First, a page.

Cricket Web Logo
Cricket Coach 2014 - Order Now
Cricket Web Logo
Australia Bangladesh Bermuda Canada England India Ireland Kenya Netherlands New Zealand Pakistan Scotland South Africa Sri Lanka West Indies Zimbabwe
 
Book Review
Clem Hill
Published: 2007
Pages: 102
Author: Bernard Whimpress
Publisher: ACS Publications
Rating: 3 stars
By Archie Mac
17 Oct 2007
Clem Hill

Clem Hill was a contemporary of Victor Trumper and for a period was rated as the greatest batsman in the world, and is still considered to be one of the finest left handed batsman produced by Australia.

He is still fondly remembered as one of South Australia's favourite sons and recently had a grandstand named after him at the Adelaide Oval.

These reminiscences were first published at the height of the Bodyline controversy in the Adelaide afternoon newspaper The News appearing in 20 parts.

A number of the anecdotes and memoirs have been quoted in cricket books on numerous occasions, but there is a lot of material that I for one had not previously read.

Hill surprisingly makes no mention of the eight Test Matches that he played against South Africa, and disappointingly fails to make mention of his famous brawl with a fellow Test selector during the 1911/12 Ashes Test series.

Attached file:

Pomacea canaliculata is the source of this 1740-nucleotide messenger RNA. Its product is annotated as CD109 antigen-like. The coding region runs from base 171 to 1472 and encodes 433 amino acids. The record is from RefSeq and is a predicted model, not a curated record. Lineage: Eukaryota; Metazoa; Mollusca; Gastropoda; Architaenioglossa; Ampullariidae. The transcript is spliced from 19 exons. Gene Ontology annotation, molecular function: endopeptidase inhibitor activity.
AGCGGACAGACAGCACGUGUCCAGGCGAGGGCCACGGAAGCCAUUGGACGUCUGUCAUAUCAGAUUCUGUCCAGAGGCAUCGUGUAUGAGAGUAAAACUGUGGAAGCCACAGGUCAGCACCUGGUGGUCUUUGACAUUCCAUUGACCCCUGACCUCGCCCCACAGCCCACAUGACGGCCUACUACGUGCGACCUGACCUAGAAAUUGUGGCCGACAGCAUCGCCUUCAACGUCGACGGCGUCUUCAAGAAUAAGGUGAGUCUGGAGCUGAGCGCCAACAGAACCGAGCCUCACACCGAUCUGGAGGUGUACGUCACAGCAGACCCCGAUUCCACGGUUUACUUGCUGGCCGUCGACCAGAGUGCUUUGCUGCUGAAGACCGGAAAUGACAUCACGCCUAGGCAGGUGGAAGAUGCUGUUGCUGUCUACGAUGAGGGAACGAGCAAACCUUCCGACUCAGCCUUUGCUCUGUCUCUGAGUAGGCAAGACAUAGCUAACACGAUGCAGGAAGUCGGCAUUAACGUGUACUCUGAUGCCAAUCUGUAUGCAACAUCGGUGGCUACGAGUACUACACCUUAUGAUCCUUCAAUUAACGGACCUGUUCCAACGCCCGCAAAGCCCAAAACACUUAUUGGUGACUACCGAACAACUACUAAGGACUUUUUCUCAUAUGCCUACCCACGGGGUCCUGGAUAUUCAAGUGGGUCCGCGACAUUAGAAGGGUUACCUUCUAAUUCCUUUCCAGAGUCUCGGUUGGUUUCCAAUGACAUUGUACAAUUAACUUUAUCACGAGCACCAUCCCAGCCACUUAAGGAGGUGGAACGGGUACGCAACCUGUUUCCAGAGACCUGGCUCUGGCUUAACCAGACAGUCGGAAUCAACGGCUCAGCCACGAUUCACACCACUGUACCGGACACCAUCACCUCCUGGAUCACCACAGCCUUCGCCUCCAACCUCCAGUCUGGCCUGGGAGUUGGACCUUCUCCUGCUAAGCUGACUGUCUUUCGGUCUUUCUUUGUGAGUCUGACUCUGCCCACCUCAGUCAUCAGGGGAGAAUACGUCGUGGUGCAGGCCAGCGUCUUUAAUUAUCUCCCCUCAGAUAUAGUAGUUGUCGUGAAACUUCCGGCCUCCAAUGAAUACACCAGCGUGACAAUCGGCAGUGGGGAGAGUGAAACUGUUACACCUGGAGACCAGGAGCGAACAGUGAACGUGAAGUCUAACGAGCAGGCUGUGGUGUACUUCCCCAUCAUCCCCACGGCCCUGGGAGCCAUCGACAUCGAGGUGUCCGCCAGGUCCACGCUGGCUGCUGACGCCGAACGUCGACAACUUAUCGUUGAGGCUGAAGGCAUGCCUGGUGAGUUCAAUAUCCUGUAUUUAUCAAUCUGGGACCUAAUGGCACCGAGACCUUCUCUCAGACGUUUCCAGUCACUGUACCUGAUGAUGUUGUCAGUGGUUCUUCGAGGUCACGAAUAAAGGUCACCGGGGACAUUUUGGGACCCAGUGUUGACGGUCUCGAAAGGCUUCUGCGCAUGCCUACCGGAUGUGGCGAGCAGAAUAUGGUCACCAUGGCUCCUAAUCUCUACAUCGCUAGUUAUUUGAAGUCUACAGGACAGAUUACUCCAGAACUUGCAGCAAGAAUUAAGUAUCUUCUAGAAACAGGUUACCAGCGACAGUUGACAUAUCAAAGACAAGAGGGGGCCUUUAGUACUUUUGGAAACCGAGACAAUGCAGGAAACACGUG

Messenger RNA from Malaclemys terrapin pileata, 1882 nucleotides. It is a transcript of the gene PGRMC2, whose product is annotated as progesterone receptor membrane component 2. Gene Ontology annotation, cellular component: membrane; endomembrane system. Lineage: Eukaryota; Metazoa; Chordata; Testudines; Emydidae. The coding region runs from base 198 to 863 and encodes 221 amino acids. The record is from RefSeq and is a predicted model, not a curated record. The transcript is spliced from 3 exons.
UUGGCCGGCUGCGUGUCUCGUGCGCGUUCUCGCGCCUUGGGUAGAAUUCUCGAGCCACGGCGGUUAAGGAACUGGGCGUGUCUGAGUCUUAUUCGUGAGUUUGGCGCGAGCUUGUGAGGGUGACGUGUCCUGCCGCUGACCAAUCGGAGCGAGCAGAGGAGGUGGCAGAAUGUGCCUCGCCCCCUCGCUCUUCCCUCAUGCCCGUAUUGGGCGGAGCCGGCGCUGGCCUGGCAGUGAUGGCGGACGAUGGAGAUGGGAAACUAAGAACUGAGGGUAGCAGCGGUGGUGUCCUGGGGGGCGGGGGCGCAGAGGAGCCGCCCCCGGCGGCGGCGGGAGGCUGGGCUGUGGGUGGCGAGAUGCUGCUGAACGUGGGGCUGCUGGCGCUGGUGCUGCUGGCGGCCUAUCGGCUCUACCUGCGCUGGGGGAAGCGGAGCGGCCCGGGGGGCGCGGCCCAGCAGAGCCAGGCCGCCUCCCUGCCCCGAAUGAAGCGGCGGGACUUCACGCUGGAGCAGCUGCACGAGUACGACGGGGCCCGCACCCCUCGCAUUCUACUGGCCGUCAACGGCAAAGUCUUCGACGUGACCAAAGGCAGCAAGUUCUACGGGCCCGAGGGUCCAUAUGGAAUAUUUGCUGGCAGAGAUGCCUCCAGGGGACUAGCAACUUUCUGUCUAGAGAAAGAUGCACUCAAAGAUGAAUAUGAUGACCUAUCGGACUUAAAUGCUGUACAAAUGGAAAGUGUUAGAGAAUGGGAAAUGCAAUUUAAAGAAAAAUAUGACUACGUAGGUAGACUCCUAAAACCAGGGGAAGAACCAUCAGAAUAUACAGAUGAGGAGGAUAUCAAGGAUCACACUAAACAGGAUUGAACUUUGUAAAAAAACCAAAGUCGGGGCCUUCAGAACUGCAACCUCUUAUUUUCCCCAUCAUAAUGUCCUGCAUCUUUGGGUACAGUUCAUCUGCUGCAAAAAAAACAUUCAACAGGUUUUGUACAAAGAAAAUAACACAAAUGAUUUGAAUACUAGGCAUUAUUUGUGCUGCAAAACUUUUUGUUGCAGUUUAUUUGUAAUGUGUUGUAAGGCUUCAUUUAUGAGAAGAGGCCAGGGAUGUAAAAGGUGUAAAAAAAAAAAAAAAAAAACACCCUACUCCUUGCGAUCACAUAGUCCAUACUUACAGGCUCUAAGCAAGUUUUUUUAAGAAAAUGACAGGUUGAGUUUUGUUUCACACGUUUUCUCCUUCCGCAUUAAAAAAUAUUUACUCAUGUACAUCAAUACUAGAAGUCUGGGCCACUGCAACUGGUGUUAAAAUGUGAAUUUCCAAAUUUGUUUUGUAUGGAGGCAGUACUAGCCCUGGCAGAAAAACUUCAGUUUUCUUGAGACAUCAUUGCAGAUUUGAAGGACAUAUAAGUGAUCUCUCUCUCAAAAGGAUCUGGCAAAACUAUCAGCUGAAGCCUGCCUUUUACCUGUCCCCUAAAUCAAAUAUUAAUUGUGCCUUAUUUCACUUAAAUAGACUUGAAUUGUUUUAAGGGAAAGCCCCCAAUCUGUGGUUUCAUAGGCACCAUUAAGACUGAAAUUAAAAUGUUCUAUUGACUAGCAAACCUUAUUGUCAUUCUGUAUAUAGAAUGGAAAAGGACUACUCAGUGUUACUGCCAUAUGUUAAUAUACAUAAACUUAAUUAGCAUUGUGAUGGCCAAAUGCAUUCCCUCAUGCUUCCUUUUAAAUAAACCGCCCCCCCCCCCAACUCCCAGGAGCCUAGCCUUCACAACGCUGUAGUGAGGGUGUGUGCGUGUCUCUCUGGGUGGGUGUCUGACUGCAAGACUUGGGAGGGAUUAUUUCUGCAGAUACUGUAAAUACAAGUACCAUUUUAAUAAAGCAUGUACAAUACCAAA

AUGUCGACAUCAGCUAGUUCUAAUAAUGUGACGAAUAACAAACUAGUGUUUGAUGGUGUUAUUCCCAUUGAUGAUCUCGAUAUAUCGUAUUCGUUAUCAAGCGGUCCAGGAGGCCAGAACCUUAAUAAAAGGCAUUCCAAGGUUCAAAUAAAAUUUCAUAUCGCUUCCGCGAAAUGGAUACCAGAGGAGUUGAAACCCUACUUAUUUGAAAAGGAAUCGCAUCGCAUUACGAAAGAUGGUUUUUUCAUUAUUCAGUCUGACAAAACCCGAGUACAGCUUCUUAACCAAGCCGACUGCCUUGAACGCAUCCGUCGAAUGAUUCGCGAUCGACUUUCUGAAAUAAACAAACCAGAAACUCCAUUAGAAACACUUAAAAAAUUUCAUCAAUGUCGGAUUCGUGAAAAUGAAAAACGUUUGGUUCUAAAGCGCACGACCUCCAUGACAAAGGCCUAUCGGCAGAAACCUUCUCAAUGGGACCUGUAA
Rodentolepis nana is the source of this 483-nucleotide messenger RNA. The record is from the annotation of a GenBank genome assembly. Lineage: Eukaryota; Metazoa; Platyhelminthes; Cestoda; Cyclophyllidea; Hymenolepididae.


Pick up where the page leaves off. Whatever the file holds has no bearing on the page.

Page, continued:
Clem Hill seems to have had a keen sense of humour, relating many amusing tales of ship life and cricket match banter during the 'Golden Age of Cricket' (1890-1914).

Some of the stories are amusing simply because of the sands of time and the changing mores of society:

"F.S. Jackson was making a stand in England's second innings when Trumble caught and bowled him as he had done so often before with a slow ball. It was the last over of the day. Disgusted that he had fallen into the trap again, Jackson shouted out, 'Damn!' and he was heard all over the ground".

As Whimpress annotates; 'shocking'!

Bernard Whimpress supplies a short but interesting biography of Clem Hill. His annotates are always informative but never intrusive. I really enjoyed these reminiscences, and was only disappointed that it was not more comprehensive (which is of course no fault of Bernard Whimpress).

Bookmark and Share